The nucleus of carbon 14 contains 6 protons and 8 neutrons, as opposed to the 6 and 6 found in ordinary carbon 12. The imbalance makes carbon 14 a radioisotope with a half-life of 5,700 years, and an emitter of beta particles. This radioactive isotope of carbon is called radiocarbon.
The carbon 14 found in nature is constantly being regenerated by cosmic rays hitting the atmosphere. The rate at which the regeneration takes place has gone virtually unchanged for centuries; a feature which depends on the flux of particles bombarding the earth, and the strength of the magnetic field capable of diverting them. This magnetic shield, and consequently the particle flux, has slowly changed over time, and the quantity of carbon 14 formed on Earth changes with it.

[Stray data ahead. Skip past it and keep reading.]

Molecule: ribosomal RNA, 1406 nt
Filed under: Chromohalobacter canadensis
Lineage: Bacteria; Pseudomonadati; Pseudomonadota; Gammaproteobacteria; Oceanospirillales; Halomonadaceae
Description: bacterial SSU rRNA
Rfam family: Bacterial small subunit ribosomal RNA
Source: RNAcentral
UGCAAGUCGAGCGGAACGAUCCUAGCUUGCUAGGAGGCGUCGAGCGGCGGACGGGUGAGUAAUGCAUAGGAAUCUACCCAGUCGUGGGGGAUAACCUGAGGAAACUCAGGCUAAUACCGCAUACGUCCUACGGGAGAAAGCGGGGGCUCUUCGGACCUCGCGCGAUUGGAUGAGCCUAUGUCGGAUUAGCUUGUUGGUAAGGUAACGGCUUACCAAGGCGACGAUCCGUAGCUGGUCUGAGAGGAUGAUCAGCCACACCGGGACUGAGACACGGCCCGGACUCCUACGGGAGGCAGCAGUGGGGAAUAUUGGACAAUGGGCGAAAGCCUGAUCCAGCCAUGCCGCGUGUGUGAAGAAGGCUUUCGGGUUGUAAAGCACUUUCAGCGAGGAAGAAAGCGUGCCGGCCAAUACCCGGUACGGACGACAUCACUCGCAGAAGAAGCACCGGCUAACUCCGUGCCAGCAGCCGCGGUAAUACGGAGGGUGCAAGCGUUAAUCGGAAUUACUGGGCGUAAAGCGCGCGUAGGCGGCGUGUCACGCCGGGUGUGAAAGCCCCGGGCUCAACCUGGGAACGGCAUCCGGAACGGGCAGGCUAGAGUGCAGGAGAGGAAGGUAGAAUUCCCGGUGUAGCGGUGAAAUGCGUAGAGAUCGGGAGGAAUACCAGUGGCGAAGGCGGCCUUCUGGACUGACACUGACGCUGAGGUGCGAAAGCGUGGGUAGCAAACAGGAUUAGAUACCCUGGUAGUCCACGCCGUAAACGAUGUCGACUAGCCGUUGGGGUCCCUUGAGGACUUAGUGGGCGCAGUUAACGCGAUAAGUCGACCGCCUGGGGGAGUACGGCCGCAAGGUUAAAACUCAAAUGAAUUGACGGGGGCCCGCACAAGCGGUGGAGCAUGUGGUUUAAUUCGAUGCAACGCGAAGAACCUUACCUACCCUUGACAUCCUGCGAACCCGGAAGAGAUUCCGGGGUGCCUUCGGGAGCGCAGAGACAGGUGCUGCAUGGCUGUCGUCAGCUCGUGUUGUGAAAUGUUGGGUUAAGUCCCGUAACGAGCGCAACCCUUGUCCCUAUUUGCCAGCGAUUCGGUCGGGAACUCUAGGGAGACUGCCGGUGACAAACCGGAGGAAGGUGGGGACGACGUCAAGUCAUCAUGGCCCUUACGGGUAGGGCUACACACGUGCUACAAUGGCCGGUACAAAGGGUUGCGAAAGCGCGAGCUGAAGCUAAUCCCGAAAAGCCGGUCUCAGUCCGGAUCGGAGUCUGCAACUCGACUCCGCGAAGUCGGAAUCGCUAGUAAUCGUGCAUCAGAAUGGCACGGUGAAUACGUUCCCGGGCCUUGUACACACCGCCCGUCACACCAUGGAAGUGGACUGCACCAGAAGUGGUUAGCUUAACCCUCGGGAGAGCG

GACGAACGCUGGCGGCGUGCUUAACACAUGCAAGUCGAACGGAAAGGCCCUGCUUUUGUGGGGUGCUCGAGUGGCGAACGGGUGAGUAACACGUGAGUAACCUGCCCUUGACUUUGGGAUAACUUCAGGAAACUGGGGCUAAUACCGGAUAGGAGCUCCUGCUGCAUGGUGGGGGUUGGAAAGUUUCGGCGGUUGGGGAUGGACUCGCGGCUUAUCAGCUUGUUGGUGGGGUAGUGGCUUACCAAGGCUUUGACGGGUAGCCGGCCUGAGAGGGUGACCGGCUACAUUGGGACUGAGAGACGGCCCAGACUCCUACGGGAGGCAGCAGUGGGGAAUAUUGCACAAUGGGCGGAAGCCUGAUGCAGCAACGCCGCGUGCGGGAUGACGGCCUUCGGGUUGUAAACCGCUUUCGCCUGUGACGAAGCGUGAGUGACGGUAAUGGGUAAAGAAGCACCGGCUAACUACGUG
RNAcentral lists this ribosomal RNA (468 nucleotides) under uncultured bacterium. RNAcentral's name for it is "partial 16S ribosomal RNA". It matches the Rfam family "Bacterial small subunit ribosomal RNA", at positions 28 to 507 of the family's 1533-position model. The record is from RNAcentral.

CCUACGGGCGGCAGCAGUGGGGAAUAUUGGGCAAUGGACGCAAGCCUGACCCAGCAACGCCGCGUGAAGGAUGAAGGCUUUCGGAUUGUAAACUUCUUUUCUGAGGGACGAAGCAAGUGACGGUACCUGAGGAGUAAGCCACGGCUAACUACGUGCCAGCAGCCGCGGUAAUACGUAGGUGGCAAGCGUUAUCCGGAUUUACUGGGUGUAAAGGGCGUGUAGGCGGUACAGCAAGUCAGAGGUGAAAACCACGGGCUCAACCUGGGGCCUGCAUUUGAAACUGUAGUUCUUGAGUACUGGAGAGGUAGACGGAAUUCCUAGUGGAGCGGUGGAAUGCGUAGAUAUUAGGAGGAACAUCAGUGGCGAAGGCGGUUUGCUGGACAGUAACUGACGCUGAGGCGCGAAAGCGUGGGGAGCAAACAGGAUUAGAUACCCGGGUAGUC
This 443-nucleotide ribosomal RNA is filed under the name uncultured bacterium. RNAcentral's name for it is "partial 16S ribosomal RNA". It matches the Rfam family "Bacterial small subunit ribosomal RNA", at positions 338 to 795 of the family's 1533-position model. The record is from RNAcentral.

Incoming cosmic rays create atoms of carbon 14 by colliding with nuclei in the upper atmosphere, liberating neutrons. These neutrons in turn interact with nuclei of nitrogen in the air, replacing one of the 7 protons nitrogen contains with an extra neutron. The resulting atom, now containing 6 protons and 8 neutrons, is one of carbon 14
Carbon gases formed with carbon 14 are chemically indistinguishable from gases with the ordinary isotope of carbon, carbon 12. The radioactive atom is absorbed by plants and living matter in the same way as its non-radioactive isotope ; in every thousand billion (ten to the power of twelve) atoms of carbon 12, there will be on average one atom of carbon 14.
This tiny ratio exists in all molecules involving carbon atms, including all living matter. This is why carbon 14, along with potassium 40, accounts for almost all the natural radioactivity of our body.
When a living organism dies, the radioactive carbon is no longer absorbed, and the ratio of carbon 14 present begins to decrease. The amount still present in a sample of what was once a living creature can thus be used to determine its age.
Carbon 14 can also be used as a radioactive marker.
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